What Is Building Condition Assessment (BCA)
A Building Condition Assessment objective is to outline physical deficiencies in that property and recommend repair and replacement cost. The standard guide for carrying out the Property Condition Assessment is ASTME_2018-15.
What is Covered in BCA?
The inspection and the report cover the following section of property:
- Site inspection, which includes topography, drainage, parking, utilities & landscaping.
- Structural Frame & Building envelop- This is comprised of Foundation, Roofing & Exterior
- Mechanical & Electrical System- This is comprised of Electrical, Heating & Cooling, Insulation, Ventilation & Plumbing.
- Interior – This includes interior finishes of ceiling, wall & floor.
- Vertical transportation – Like elevator & escalator
- Fire Protection- What sort of fire protection system is in place in the building.
What is not covered?
The things that are not covered in building condition assessment are:
- Capital improvement cost, renovation cost.
- Mold inspection
- Reporting on the condition of hidden conditions, such as soil types and conditions, underground utilities, wells, manholes, utility pits
- Entering into confined space, which is dangerous and which can be a health and safety risk for the inspector, is not included.
- No environmental assessment is carried out during the inspection.
- No thermal imaging is carried out during the inspection.
When do you need one?
It is always recommended that if you are buying a property, you must carry out the Building Condition Assessment to know the condition of the building, whether there are any structural issues in the building and how much repair or replacement cost is involved. The financial institution also requires a BCA report for financing the mortgage. Sometimes they may ask to carry out BCA again for refinancing purposes. It is also a good idea for the owners to have a BCA done after a long-term lease is over to know the extent of repair or renovation required for the property, and they can negotiate with the tenant before the end of the contract. Sometimes owners need a building condition assessment to plan for their next five or ten-year renovation or repair cost.
Not only can defects be revealed in building inspection, they can be points for negotiation with the seller, but knowledge of required upgrades can also help you plan for adequate financing.
Challenges faced during the process of preparing the BCA
One of the components of BCA is to review the records of maintenance, building plan, and relevant drawings to gather maximum information about the property. In some cases, it was noticed that either the property owner does not have the record or reluctant to provide one. It is not possible to inspect the exterior of the multistory building from close proximity. Mostly it will be visual and from the ground. The same thing applies to a sloped roof. However, technology can solve some of the challenges:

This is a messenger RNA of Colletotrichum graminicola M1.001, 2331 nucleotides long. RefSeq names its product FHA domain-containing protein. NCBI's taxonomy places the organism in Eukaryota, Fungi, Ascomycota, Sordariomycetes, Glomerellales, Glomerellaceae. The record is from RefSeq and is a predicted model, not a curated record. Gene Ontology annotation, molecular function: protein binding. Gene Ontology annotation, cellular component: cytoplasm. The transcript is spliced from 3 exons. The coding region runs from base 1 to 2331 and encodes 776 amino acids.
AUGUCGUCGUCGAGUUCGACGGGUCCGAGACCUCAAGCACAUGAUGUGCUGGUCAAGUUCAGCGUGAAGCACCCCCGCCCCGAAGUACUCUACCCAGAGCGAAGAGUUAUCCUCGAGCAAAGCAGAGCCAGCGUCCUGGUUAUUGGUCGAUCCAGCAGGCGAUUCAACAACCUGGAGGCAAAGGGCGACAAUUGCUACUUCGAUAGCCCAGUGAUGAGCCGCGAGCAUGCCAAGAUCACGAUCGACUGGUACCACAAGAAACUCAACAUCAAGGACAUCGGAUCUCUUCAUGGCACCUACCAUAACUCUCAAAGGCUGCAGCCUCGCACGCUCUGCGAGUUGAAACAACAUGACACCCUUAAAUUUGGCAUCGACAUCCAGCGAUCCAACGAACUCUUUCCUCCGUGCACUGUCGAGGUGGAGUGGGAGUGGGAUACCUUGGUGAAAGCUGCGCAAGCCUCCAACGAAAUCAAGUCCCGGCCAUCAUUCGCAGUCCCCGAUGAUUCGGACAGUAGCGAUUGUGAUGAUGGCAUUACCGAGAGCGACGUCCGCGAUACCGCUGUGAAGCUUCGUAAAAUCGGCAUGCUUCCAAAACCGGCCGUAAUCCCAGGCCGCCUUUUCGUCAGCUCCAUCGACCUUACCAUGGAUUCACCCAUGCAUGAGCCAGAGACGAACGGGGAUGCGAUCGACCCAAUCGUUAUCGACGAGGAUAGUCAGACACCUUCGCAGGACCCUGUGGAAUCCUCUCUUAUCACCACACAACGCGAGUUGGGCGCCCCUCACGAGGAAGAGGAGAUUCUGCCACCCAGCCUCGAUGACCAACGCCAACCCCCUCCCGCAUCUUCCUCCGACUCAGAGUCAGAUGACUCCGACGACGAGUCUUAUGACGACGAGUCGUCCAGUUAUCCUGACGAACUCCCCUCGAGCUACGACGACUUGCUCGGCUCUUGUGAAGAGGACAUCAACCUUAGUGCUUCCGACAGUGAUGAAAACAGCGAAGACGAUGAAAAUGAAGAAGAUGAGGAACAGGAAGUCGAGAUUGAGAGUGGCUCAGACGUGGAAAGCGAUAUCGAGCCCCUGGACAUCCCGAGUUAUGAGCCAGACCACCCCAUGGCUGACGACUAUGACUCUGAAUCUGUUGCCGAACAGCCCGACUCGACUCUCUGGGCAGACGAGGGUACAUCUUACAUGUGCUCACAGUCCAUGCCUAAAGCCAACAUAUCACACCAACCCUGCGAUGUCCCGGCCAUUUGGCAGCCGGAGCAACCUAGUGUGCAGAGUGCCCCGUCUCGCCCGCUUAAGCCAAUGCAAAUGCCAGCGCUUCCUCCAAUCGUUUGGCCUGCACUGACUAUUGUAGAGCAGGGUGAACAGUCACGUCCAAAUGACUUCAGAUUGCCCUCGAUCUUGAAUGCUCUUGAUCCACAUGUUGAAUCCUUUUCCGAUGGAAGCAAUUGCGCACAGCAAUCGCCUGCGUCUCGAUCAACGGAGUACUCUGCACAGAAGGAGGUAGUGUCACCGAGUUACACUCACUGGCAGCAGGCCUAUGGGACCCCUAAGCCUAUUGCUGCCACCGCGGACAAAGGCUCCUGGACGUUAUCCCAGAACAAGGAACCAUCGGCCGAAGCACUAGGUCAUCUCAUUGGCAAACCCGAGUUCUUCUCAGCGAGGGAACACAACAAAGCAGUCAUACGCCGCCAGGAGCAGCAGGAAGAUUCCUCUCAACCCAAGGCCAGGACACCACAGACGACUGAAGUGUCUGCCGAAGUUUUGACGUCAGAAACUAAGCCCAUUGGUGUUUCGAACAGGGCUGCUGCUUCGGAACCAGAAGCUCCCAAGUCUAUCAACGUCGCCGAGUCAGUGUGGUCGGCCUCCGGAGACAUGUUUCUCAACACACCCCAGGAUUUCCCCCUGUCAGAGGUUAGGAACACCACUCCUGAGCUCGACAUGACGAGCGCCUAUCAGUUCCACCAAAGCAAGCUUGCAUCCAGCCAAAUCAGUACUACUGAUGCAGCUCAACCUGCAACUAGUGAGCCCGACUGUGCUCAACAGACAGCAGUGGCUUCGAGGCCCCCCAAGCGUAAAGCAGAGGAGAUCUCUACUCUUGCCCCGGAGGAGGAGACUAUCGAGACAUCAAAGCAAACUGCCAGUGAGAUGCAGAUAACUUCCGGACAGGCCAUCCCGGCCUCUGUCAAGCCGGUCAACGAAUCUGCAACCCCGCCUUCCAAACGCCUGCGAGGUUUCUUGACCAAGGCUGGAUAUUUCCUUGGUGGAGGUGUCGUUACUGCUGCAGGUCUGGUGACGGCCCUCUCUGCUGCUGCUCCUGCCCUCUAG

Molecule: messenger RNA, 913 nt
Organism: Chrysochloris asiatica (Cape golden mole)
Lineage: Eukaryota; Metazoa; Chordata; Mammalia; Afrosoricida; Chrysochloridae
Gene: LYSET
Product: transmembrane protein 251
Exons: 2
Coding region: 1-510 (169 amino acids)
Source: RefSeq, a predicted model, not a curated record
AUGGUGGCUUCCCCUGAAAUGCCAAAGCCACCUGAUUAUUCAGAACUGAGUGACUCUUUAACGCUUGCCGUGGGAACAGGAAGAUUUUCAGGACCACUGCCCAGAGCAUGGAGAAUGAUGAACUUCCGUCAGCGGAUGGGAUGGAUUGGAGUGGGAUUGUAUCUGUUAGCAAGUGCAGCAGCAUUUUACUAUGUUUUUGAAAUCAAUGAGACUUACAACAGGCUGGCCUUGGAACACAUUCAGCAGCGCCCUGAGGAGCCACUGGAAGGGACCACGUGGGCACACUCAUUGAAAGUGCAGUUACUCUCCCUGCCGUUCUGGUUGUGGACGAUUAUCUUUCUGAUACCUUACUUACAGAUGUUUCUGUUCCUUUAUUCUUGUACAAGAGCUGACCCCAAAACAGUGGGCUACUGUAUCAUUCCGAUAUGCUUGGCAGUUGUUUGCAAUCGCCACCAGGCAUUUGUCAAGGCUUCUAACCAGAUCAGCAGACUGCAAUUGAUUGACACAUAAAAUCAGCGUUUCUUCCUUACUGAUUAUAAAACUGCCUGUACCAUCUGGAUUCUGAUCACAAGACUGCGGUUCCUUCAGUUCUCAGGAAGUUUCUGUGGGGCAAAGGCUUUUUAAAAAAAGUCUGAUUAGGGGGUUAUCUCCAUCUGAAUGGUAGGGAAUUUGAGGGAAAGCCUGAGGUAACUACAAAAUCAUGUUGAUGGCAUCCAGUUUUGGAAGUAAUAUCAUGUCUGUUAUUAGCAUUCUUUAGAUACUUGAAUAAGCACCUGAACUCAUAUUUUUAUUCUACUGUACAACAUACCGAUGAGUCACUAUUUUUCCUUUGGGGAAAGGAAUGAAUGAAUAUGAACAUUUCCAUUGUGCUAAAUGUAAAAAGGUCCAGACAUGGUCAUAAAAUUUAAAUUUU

- Drones (Unmanned Aerial Vehicles)
Previously the areas which were not accessible to an inspector but with drone things have become much more convenient. Cameras mounted on drones allow inspectors to quickly inspect building envelop of multi-storied buildings, sloped roofs, and balconies of a multi-storied building. This helps to prepare a better Property Condition Assessments report with minimal additional cost. The inspection time can be reduced by the use of drones as the inspector does not have to inspect every part of the building envelope.
- Thermal Imaging
Thermal imaging has been previously used for building inspection. However, with the advent of the Drone , the infrared cameras can be installed on the Drone. The infrared cameras can be used to evaluate areas of air infiltration and exfiltration. This will identify potential problems of leakage and the owners then can better seal the building.
It can also detect moisture intrusion on walls or roofs. An infrared camera mounted on a Drone can quickly inspect the previously inaccessible areas, and only areas affected by moisture require access by a person. However, Drone is not very useful for checking the interior of the property. Use of Drone should be as per Canada Drone Regulations. Although Drone is not always required or used, slowly this is becoming an essential tool for specialized inspection
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